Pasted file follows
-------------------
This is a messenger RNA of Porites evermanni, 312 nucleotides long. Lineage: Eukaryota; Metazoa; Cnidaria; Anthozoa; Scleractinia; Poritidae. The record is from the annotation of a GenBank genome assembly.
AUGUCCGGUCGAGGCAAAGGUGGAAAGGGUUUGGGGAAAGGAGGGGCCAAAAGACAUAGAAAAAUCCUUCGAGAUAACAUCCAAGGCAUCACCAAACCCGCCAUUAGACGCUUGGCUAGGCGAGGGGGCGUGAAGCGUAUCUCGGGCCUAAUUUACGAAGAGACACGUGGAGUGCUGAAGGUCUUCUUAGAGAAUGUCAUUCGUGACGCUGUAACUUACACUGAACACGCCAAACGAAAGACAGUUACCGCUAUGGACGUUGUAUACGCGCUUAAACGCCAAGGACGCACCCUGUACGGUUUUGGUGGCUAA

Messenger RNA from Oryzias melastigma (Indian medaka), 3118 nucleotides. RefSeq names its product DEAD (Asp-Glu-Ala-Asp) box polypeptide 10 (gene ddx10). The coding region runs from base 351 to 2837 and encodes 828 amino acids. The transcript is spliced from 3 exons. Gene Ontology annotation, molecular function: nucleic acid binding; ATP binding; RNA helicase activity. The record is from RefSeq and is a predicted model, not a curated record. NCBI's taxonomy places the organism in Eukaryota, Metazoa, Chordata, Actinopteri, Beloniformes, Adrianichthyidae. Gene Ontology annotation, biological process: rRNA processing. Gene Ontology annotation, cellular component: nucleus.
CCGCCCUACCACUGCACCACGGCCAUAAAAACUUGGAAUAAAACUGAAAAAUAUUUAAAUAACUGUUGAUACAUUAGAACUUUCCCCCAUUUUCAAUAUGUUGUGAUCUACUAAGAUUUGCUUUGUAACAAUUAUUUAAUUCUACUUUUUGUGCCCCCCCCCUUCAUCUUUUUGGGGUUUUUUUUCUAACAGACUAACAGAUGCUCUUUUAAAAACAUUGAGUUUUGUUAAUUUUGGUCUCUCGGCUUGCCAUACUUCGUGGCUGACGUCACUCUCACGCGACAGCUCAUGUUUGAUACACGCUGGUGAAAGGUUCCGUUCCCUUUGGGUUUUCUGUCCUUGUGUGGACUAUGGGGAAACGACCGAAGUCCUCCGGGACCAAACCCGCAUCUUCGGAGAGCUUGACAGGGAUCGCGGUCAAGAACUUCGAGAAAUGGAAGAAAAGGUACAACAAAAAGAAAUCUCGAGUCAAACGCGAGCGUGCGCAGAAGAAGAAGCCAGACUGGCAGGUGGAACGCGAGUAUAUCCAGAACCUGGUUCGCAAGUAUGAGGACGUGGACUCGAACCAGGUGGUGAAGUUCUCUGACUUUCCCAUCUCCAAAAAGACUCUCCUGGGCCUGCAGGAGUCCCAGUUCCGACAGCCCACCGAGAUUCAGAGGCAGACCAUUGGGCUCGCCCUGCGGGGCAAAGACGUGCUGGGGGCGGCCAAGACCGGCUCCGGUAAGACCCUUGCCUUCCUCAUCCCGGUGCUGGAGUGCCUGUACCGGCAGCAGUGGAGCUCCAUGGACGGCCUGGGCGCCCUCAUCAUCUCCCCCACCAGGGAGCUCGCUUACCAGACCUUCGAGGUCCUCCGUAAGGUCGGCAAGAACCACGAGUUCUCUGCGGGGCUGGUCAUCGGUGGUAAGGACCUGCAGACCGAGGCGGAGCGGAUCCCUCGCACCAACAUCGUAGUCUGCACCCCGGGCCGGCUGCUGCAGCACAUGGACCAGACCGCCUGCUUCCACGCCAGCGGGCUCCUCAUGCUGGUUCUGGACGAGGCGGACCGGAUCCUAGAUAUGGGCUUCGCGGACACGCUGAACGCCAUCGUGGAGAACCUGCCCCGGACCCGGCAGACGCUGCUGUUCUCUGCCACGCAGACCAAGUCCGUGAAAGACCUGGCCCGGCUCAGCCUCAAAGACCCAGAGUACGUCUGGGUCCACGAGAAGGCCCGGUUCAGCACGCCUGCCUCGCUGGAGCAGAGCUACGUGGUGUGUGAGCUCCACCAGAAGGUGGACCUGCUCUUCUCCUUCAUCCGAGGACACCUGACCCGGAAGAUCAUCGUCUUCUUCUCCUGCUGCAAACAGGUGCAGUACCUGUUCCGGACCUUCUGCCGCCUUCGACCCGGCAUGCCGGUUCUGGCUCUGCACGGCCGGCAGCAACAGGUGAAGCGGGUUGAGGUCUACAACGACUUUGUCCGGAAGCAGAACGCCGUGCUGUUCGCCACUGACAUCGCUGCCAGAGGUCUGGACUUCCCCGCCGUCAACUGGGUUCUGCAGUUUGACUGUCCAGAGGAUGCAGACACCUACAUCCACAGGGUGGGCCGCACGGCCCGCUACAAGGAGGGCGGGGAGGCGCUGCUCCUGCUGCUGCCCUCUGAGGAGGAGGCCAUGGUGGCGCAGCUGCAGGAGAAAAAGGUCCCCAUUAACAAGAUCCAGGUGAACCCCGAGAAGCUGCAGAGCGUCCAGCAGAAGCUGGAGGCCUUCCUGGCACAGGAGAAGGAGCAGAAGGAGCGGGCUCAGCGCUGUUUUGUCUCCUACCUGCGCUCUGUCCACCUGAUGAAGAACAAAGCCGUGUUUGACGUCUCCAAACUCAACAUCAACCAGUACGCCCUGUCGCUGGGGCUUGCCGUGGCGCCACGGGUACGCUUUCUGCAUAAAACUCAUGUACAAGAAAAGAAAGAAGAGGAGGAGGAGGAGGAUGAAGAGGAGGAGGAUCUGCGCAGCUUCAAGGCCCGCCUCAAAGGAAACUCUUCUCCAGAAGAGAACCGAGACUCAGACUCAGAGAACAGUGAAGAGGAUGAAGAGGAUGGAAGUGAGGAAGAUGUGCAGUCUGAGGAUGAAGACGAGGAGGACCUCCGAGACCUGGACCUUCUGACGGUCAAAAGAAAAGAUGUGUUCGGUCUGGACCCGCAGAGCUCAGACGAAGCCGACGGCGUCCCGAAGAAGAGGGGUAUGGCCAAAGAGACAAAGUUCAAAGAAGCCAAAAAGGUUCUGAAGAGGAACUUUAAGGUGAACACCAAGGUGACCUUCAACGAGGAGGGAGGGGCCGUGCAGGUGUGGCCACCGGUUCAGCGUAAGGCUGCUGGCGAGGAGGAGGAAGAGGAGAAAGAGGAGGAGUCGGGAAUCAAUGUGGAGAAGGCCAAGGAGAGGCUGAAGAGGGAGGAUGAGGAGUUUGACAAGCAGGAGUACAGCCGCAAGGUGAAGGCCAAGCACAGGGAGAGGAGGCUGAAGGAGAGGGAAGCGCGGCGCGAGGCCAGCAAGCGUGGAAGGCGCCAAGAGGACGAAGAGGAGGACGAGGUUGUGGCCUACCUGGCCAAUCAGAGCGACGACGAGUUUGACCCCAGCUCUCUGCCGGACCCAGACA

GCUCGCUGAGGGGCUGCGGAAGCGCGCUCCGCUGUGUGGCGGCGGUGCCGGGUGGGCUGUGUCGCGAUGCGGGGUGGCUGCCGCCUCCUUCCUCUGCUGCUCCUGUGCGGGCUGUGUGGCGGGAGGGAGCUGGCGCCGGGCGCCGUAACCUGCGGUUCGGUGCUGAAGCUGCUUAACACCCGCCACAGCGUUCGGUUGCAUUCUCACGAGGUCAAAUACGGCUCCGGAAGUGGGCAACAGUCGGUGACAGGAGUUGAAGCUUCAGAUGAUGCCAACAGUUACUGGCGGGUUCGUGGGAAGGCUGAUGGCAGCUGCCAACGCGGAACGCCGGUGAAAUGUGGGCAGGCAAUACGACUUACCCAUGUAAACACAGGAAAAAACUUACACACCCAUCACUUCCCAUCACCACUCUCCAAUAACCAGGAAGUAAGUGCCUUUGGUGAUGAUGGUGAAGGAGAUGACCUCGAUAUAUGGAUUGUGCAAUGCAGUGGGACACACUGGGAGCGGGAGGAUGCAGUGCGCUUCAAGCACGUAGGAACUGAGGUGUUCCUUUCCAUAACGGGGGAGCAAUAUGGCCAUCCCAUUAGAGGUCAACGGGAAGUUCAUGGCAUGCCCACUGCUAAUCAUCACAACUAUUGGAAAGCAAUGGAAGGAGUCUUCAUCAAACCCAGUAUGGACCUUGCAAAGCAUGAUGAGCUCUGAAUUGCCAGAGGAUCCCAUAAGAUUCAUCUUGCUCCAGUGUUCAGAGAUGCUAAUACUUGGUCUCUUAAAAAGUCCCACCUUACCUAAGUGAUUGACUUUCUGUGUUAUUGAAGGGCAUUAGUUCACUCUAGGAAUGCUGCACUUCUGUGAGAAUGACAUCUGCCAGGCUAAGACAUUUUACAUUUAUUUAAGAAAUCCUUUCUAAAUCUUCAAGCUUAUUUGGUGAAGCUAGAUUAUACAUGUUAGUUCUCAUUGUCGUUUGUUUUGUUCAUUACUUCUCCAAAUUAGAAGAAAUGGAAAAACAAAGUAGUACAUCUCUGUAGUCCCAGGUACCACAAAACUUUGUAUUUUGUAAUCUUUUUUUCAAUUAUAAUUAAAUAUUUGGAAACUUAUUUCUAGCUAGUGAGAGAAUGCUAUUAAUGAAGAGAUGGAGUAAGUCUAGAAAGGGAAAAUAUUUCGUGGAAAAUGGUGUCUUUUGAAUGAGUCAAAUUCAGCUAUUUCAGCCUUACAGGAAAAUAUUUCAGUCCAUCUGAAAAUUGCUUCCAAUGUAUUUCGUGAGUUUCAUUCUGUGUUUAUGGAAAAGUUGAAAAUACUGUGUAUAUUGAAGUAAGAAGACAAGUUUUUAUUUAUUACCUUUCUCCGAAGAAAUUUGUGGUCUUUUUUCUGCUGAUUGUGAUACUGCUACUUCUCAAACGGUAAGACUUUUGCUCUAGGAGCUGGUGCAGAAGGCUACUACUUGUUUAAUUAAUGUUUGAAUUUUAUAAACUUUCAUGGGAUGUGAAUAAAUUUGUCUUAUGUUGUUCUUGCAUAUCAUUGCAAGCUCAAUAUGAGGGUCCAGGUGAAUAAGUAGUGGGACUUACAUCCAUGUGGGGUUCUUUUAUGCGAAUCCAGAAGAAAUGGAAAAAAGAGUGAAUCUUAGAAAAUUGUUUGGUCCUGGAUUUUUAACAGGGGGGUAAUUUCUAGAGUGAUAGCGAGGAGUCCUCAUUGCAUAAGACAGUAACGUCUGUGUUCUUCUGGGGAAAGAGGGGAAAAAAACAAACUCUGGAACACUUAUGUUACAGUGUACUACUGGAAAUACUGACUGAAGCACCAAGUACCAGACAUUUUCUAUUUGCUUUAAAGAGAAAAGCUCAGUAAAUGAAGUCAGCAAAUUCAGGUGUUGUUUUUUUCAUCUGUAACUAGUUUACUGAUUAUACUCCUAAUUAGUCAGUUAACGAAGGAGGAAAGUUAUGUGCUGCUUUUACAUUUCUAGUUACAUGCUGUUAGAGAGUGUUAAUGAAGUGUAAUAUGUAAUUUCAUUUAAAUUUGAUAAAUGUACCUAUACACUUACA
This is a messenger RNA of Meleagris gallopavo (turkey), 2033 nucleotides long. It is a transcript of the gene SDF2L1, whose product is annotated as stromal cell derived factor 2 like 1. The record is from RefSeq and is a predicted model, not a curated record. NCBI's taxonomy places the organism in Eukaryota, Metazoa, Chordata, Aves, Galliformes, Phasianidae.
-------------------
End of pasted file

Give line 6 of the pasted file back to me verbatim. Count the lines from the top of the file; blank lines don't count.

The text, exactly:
This is a messenger RNA of Meleagris gallopavo (turkey), 2033 nucleotides long. It is a transcript of the gene SDF2L1, whose product is annotated as stromal cell derived factor 2 like 1. The record is from RefSeq and is a predicted model, not a curated record. NCBI's taxonomy places the organism in Eukaryota, Metazoa, Chordata, Aves, Galliformes, Phasianidae.